/* ---- Google Analytics Code Below */

Tuesday, May 30, 2023

Quantum Advantage

 Quantum Advantage

Disentangling Hype from Practicality: On Realistically Achieving Quantum Advantage

By Torsten Hoefler, Thomas Häner, Matthias Troyer

Communications of the ACM, May 2023, Vol. 66 No. 5, Pages 82-87    10.1145/3571725

Operating on fundamentally different principles than conventional computers, quantum computers promise to solve a variety of important problems that seemed forever intractable on classical computers. Leveraging the quantum foundations of nature, the time to solve certain problems on quantum computers grows more slowly with the size of the problem than on classical computers—this is called quantum speedup. Going beyond quantum supremacy,2 which was the demonstration of a quantum computer outperforming a classical one for an artificial problem, an important question is finding meaningful applications (of academic or commercial interest) that can realistically be solved faster on a quantum computer than on a classical one. We call this a practical quantum advantage, or quantum practicality for short.

There is a maze of hard problems that have been suggested to profit from quantum acceleration: from cryptanalysis, chemistry and materials science, to optimization, big data, machine learning, database search, drug design and protein folding, fluid dynamics and weather prediction. But which of these applications realistically offer a potential quantum advantage in practice? For this, we cannot only rely on asymptotic speedups but must consider the constants involved. Being optimistic in our outlook for quantum computers, we identify clear guidelines for quantum practicality and use them to classify which of the many proposed applications for quantum computing show promise and which ones would require significant algorithmic improvements to become practical and relevant.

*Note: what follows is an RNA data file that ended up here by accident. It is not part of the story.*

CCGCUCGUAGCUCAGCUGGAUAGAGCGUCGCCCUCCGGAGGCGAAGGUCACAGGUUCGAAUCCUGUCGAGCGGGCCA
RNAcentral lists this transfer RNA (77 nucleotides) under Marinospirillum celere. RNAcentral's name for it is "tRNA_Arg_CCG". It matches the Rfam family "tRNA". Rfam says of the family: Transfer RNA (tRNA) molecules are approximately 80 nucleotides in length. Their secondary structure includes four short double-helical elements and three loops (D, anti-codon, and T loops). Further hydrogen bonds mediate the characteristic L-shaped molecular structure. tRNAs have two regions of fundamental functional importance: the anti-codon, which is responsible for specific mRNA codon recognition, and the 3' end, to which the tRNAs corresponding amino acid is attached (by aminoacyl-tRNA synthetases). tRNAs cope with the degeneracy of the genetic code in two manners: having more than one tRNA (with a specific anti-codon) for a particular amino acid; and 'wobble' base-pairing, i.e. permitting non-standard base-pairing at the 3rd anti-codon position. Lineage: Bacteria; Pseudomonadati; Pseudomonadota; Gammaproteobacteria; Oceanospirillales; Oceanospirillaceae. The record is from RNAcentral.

To establish reliable guidelines, or lower bounds for the required speedup of a quantum computer, we err on the side of being optimistic for quantum and overly pessimistic for classical computing. Despite our overly optimistic assumptions, our analysis shows a wide range of often-cited applications is unlikely to result in a practical quantum advantage without significant algorithmic improvements. We compare the performance of only a single classical chip fabricated like the one used in the NVIDIA A100 GPU that fits around 54 billion transistors15 with an optimistic assumption for a hypothetical quantum computer that may be available in the next decades with 10,000 error-corrected logical qubits, 10μs gate time for logical operations, the ability to simultaneously perform gate operations on all qubits and all-to-all connectivity for fault tolerant two-qubit gates .... 

No comments: